On-Island Conflict Resolution

Conflict is a natural part of life. We are not the same, and that is fine — until those differences cause us to question things about ourselves or each other, which is when things can get difficult. Our awareness of the depth of a conflict that may arise grows with our discomfort. Our pain also grows when we don’t know how to engage with those differences we encounter in a healthy way, or we don’t see a way to move through it – and instead, we walk away.

The pain we experience in conflict comes when we don’t understand that relationships and processes can be built to help us navigate them. In practical terms what does that mean? Before we offer some suggestions, we want to distinguish the difference between conflict and inappropriate, even actionable, conduct. If conference members, visitors, or staff encounter what feels like threatening behavior, or behavior that makes one feel unsafe, the appropriate response is to approach a conference leader. For adults, this might be a member of the conference steering committee or other designated leader with a portfolio of “healthy relationships” — and share the concerns they hold.

For children, this might be the leader of the children’s program. Star Island requires that all staff working with children and youth have a CORI (Criminal Offense Record Inquiry) completed prior to serving in such roles on island. Children’s leaders and those working with elder or youth populations are considered “Mandated Reporters” and are best equipped to receive concerns of this nature and escalate them if necessary. Leaders of the Star Island staff hold similar roles and can assist in helping conference leaders address these concerns in a proactive and sensitive way.

Navigating Conflict and Power in White Supremacist Culture

The white-dominant culture in which we all live tends to make assumptions about shared and equitable power. This culture assumes that people are able to step into a relatively equal playing field. This is a myth. Some people have vulnerable identities and have been marginalized (people of color, those with disabilities, LGBTQIA+), and it is not fair or appropriate to ask these people to step into a conflicted situation when they may need to be protected from parts of the dominant culture. Culture imbalances place pressure on the vulnerable, and in a majority-white society we tend to make assumptions that are based on that white culture. If power is imbalanced, harm can occur to others.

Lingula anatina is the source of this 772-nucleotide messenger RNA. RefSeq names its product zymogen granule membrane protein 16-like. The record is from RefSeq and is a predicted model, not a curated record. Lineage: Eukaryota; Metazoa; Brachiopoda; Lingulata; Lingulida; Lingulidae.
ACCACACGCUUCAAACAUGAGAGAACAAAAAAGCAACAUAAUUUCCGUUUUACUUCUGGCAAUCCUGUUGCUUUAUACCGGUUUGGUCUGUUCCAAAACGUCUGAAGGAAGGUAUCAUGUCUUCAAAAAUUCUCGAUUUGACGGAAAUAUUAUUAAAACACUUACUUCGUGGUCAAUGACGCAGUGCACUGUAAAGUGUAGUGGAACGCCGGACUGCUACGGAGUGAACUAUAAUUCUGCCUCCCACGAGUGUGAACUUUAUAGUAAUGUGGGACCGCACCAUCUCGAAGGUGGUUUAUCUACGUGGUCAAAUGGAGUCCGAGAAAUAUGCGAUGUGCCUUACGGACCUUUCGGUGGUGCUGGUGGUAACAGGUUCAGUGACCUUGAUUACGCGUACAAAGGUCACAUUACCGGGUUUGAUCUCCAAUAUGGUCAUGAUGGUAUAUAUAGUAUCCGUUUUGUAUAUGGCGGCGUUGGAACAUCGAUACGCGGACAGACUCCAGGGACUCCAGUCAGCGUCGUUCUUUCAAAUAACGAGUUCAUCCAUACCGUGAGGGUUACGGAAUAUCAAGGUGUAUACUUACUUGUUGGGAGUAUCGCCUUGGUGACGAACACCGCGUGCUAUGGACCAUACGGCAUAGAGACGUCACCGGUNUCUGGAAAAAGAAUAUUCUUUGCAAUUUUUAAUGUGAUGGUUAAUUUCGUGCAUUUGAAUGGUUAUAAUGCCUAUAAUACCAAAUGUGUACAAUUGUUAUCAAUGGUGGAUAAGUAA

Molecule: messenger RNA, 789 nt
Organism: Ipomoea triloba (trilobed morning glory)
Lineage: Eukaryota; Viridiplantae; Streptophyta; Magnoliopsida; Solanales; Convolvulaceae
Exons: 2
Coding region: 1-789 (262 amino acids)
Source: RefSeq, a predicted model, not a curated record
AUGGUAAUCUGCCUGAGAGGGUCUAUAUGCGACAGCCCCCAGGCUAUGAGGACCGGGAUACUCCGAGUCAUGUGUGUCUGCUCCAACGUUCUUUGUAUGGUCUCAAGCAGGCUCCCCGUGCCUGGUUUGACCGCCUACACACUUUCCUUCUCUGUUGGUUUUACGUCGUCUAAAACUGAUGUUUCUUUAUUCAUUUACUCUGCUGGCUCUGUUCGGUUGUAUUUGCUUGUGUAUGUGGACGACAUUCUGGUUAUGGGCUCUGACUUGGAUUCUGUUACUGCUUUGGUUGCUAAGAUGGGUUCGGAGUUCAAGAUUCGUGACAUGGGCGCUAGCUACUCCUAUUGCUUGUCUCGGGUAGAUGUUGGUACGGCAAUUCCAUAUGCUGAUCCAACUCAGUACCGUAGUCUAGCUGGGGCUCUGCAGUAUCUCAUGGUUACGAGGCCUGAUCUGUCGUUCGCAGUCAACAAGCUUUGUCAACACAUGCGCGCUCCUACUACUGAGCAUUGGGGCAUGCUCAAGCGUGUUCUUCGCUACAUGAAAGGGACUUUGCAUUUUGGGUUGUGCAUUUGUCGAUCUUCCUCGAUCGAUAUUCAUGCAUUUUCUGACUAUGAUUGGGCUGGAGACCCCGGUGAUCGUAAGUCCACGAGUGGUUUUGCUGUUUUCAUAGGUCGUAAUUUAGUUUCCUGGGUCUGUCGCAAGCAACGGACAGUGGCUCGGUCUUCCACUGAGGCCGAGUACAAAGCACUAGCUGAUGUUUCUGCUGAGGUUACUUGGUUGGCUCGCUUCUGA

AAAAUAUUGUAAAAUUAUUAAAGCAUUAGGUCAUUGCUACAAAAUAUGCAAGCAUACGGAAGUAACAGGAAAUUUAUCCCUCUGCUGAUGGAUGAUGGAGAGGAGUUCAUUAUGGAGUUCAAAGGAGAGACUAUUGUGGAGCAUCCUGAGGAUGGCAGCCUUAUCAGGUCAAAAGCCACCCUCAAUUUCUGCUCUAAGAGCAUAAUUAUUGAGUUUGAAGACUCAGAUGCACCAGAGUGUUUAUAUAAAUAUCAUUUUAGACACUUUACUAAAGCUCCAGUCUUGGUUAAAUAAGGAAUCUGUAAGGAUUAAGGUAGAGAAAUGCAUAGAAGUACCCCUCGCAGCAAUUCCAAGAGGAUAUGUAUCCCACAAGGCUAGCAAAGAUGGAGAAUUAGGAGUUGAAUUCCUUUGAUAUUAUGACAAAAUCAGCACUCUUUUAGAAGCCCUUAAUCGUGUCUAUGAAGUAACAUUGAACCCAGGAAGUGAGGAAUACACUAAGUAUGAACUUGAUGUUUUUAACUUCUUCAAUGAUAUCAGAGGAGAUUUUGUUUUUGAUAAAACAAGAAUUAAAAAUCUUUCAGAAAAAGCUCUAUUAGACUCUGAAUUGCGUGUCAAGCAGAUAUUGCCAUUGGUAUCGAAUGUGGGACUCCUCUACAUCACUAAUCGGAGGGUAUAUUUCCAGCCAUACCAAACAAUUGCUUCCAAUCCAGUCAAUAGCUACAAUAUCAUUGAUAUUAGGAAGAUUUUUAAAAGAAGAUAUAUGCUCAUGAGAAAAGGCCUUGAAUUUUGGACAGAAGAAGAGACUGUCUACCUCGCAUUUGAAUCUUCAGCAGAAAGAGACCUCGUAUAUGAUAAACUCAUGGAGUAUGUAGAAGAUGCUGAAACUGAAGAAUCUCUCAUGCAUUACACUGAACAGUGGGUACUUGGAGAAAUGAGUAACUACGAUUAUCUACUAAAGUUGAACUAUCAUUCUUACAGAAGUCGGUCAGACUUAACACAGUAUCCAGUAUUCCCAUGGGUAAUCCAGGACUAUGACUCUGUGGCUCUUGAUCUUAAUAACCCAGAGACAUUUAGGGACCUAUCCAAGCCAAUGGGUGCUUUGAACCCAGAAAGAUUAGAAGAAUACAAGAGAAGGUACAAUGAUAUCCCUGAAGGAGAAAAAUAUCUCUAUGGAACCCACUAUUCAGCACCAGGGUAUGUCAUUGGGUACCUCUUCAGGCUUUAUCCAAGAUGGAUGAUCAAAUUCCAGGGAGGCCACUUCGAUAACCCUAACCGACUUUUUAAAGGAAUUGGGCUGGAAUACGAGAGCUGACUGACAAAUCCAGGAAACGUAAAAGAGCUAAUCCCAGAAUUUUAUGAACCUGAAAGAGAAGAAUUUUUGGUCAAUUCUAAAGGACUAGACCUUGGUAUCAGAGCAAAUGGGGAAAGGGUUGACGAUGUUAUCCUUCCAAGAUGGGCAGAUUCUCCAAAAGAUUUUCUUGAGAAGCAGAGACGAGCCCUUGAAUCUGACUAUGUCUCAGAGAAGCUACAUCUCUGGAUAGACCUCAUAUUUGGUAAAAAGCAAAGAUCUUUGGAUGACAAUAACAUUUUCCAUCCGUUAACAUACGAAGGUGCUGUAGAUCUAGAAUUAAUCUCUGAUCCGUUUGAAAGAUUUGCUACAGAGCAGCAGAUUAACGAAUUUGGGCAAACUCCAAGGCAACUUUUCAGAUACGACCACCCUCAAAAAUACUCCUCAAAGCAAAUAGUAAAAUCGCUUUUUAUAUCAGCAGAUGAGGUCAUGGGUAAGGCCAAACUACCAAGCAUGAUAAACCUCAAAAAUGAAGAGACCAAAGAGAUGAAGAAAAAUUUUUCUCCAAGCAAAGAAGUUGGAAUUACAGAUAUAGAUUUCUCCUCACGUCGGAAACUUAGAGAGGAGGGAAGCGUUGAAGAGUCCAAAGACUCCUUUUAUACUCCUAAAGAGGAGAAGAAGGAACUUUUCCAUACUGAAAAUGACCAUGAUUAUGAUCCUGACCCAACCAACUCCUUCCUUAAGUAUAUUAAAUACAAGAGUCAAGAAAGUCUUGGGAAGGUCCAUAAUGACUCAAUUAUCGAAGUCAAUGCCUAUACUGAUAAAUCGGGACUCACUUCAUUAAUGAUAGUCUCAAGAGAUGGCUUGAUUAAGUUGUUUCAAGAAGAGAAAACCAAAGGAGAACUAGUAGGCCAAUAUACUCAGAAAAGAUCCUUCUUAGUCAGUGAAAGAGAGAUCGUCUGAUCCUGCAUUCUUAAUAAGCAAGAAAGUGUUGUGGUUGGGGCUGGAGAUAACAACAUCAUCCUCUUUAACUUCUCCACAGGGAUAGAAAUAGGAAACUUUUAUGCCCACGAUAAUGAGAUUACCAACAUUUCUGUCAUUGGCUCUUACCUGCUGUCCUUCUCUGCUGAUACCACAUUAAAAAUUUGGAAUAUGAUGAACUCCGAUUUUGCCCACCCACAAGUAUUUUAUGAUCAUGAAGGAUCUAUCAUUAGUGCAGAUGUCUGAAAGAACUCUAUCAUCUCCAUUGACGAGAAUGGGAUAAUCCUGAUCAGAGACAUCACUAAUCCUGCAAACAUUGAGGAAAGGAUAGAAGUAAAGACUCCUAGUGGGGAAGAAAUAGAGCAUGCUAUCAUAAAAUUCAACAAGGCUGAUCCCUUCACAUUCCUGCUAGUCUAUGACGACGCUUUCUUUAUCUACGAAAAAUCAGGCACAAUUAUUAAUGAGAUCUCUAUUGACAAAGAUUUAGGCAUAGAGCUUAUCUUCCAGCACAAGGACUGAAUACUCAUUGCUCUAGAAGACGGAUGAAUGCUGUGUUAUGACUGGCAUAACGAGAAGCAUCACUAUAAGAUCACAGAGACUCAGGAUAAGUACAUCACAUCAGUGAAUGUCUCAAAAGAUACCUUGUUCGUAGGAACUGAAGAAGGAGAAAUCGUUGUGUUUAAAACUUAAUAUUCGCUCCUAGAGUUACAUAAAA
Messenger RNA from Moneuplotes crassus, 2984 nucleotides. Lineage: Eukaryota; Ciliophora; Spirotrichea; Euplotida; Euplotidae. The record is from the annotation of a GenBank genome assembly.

Harassment can be considered a threat to an individual’s safety and is usually a sign of conflict. Individuals experiencing harassment will frequently note that there is a power imbalance present between the individual exercising such behavior and the individual on the receiving end. In such situations, we advocate for approaching conference leadership (if the behavior is coming from within the conference) or island leadership (if staff are involved or if other resolutions cannot be found) for support and assistance.

Intra-Conference Conflicts

What about intra-conference conflict? Children do not always get along, and neither do adults. Although Star Island is an idyllic place for us – and there is a strong sense, within most of our conferences of the joy of an “intentional community” – we should not delude ourselves into believing that we are all friends and that we all think alike. We are independent and unique beings, and opinions and behaviors will vary. It is important to recognize that frequently disagreements come because there are assumptions being made rather than conversation being had.

So let’s say that a conflict occurs. It could be about political opinions. It could be about an assumption an individual has made about another person without knowing the “whole story.” It could also result from hearing gossip from someone else. We tend to make decisions based on the information that we have on-hand. From that pool of information, we select data that seems to relate. That information guides our assumptions as well as our conclusions and actions. That data may, or may not, be accurate. Without direct conversation, it is pretty difficult to be able to move to conclusions and informed beliefs and actions. It’s hard to talk directly to a person about conflict.

Frequently, we try to advocate for our position by explaining why we think what we do or did – defending our position – rather than beginning with a simpler approach: Let’s talk about what you hold as a concern. A clergy colleague once articulated this opening statement as: “Please tell me what I just did.” Showing up ready to listen (not defend) and ready to engage with a desire for mutually acceptable outcomes will ultimately help to create lasting resolution and understanding among those experiencing a conflict.

…And it might not work out

One final note: At the end of such a process – of intentional listening, of civil conversation, of careful exploration of concerns on both sides – all may not be well. Reasonable people, as we know, may and will still disagree. But the hope – the intention – is for there to be conversation directly with those experiencing the conflict, with a goal of finding resolution that addresses some of the concerns articulated. May it be so for you and your leaders and beloved conferees.


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